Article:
A phone box with numbers for suicide prevention support as well as a bible and messages of support, at Tojinbo cliffs in Japan. (CARL COURT / GETTY IMAGES)
A spike in Japanese suicides last year was fueled by more female workers and students taking their own lives during the COVID pandemic, Kyodo News reported, citing a white paper that will be released by the country’s health ministry in November.
Japan is among the few major economies that releases detailed data on suicides, a persistent societal issue
Changes of work environment due to the pandemic may have been the largest contributing factor, Kyodo said, citing the paper. The outlet didn’t say how it had obtained the document.
A health ministry official told Bloomberg that the white paper had been presented in a closed meeting by Japan’s ruling Liberal Democratic Party healthcare committee on Tuesday, and that it could not be officially released until November.
The country’s total number of suicide cases increased by 912 from the previous year to 21,081 total cases, Kyodo said, rising for the first time in 11 years.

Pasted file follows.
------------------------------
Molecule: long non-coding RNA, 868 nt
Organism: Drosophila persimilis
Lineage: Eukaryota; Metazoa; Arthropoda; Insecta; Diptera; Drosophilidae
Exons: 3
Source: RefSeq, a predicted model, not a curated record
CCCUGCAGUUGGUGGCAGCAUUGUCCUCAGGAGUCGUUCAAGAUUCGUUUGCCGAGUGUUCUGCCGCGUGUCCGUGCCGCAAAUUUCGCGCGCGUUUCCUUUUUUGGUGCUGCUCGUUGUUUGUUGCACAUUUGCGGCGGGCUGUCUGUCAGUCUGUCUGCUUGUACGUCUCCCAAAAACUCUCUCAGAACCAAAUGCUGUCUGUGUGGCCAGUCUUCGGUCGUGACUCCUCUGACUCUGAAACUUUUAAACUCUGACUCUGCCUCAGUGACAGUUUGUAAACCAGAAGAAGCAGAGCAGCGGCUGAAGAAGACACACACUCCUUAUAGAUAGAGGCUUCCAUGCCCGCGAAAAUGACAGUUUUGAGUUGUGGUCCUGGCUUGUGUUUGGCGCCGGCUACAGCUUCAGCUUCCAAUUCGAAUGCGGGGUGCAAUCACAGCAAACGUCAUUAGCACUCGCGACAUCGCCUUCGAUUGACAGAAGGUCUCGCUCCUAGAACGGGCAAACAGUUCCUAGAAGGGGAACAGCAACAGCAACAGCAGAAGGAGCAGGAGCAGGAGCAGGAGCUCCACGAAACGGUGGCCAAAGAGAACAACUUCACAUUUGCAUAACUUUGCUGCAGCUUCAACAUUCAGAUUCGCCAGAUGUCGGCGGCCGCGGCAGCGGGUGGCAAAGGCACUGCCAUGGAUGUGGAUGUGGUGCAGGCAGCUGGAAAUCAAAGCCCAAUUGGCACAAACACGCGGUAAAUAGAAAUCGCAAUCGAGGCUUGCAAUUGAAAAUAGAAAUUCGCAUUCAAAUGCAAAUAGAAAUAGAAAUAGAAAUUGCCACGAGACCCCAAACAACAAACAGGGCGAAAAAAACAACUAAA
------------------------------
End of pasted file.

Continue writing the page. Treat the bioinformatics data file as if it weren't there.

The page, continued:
Cases involving working women rose the most, followed by female students, while the number of male suicides fell for the 11th consecutive year, it said.
Japan is among the few major economies that releases detailed data on suicides, a persistent societal issue. The spike in numbers could be a pattern being seen elsewhere in the world, as countries grapple with the fallout from unemployment and social isolation brought on by the pandemic.
In Japan, COVID has disproportionately affected women, who are more likely to deal with irregular employment in the retail or service industries -- and made up nearly 66 percent of job losses in the country early last year.
The higher number of suicides among students was linked to schools reopening after lengthy closures due to the pandemic and the summer break, Kyodo said, citing the paper.
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